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Burris-Chapter 5

Burris--Cellular Transport--Chapter 5 Review

What type of molecules act as "carriers" in facilitated diffusion? proteins
What is the definition of osmosis? water molecules move through a membrane from greater to lesser concentration.
What is the definition of hypertonic? contains more solute molecules and less water molecules
What word describes a solution that has the same solute and water concentrations as the cell? isotonic
What word would describe a solution which has fewer solutes than the cell it contains? hypotonic
What phrase describes our cell membranes since some molecules are allowed to pass but others are stopped? selectively permeable
What solution is used to test for the presence of starch? iodine or Lugol's
What solution is used to test for the presence of glucose? Benedict's
Unicellular pond organisms such as Amoeba have an organelle that rids themselves of excess water. What is the name of this organelle? contractile vacuole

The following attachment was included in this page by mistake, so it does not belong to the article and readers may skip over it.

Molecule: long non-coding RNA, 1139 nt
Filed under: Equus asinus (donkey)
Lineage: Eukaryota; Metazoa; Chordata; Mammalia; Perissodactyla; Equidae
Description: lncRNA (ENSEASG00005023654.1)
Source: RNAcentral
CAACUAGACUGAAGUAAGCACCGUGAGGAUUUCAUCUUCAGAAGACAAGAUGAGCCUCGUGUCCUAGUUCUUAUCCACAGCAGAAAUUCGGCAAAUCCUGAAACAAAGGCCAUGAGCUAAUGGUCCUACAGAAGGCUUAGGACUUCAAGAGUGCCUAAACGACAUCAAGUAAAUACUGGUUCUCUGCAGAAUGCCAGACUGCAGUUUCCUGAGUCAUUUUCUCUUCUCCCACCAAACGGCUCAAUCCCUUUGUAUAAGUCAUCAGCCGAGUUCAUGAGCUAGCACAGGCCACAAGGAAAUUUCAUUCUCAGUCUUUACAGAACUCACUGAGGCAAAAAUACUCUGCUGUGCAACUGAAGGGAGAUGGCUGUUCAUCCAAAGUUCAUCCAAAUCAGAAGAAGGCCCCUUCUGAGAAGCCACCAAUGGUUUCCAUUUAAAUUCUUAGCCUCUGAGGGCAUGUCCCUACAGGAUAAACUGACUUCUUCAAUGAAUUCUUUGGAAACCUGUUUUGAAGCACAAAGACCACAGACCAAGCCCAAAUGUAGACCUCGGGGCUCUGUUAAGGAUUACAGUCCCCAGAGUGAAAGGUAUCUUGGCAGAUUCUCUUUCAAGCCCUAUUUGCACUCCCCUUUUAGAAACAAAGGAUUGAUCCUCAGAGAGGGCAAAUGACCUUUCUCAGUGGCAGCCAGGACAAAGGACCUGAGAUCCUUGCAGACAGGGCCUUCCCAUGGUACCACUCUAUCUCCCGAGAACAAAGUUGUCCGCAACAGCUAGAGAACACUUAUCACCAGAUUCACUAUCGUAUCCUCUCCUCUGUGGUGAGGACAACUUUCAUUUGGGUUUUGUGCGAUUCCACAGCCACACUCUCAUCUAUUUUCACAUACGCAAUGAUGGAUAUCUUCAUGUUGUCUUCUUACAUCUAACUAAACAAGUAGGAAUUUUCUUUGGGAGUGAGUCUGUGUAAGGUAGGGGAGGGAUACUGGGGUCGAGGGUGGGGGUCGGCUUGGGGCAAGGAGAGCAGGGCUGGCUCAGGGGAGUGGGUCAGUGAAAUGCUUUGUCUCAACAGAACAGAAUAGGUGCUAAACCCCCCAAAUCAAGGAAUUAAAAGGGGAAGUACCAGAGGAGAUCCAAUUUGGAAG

Give three types of passive transport. diffusion, osmosis, facilitated diffusion, and ion channels
Any type of cellular transport that requires cellular energy is termed _____. active
Cellular energy in the form of _____ is used in active transport. ATP
What cellular organelle releases ATP for the cell to use? mitochondria
What type of endocytosis takes in large amounts of fluids? pinocytosis
What type of endocytosis takes in large particles, such as entire cells? phagocytosis
Define homeostasis. A stable, internal environment maintained by our body.
What is the goal of diffusion and osmosis? equilibrium
What color will iodine turn in a solution of starch is present? black
What is the scientific term for the shrinking of a cell? plasmolysis
What is the scientific term for the bursting of a cell? cytolysis
What type of pressure does water exert on the cell wall of a plant? turgor pressure
A type of active transport by which large molecules are passed to the outside of a cell is ______. exocytosis
What are the two major types of molecules which comprise the cell membrane? phospholipids and proteins
What is the name of the model that describes and explains the composition of our cell membranes? fluid mosaic
Our cell membranes are a _____ of phospholipids, meaning there are 2 layers of them. bilayer
What type of molecule do our cells most often transport by facilitated diffusion? glucose
The substance doing the dissolving in a solution is called the ____. solvent
What is the universal solvent? water